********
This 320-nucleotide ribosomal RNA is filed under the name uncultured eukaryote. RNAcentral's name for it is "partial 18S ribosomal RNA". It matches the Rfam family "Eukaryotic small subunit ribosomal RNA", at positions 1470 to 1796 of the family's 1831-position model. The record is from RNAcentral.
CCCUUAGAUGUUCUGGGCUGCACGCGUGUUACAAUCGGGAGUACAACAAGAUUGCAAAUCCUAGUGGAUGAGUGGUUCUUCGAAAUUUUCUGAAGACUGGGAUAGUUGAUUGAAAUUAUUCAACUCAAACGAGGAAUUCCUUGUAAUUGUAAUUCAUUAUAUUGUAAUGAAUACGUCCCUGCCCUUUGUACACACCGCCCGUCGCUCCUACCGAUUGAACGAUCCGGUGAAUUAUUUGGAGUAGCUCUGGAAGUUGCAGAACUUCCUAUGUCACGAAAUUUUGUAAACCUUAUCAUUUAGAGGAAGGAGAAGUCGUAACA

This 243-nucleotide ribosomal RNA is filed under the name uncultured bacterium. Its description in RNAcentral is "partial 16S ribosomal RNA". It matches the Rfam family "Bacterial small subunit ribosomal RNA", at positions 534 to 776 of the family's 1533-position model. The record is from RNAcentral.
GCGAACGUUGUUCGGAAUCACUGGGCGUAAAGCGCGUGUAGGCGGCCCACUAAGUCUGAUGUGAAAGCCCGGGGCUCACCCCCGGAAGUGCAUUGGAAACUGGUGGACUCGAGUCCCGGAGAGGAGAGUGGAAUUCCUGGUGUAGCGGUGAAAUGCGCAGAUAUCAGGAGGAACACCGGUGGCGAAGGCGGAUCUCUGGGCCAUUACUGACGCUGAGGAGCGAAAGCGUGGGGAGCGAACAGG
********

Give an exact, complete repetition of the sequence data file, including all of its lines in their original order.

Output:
This 320-nucleotide ribosomal RNA is filed under the name uncultured eukaryote. RNAcentral's name for it is "partial 18S ribosomal RNA". It matches the Rfam family "Eukaryotic small subunit ribosomal RNA", at positions 1470 to 1796 of the family's 1831-position model. The record is from RNAcentral.
CCCUUAGAUGUUCUGGGCUGCACGCGUGUUACAAUCGGGAGUACAACAAGAUUGCAAAUCCUAGUGGAUGAGUGGUUCUUCGAAAUUUUCUGAAGACUGGGAUAGUUGAUUGAAAUUAUUCAACUCAAACGAGGAAUUCCUUGUAAUUGUAAUUCAUUAUAUUGUAAUGAAUACGUCCCUGCCCUUUGUACACACCGCCCGUCGCUCCUACCGAUUGAACGAUCCGGUGAAUUAUUUGGAGUAGCUCUGGAAGUUGCAGAACUUCCUAUGUCACGAAAUUUUGUAAACCUUAUCAUUUAGAGGAAGGAGAAGUCGUAACA

This 243-nucleotide ribosomal RNA is filed under the name uncultured bacterium. Its description in RNAcentral is "partial 16S ribosomal RNA". It matches the Rfam family "Bacterial small subunit ribosomal RNA", at positions 534 to 776 of the family's 1533-position model. The record is from RNAcentral.
GCGAACGUUGUUCGGAAUCACUGGGCGUAAAGCGCGUGUAGGCGGCCCACUAAGUCUGAUGUGAAAGCCCGGGGCUCACCCCCGGAAGUGCAUUGGAAACUGGUGGACUCGAGUCCCGGAGAGGAGAGUGGAAUUCCUGGUGUAGCGGUGAAAUGCGCAGAUAUCAGGAGGAACACCGGUGGCGAAGGCGGAUCUCUGGGCCAUUACUGACGCUGAGGAGCGAAAGCGUGGGGAGCGAACAGG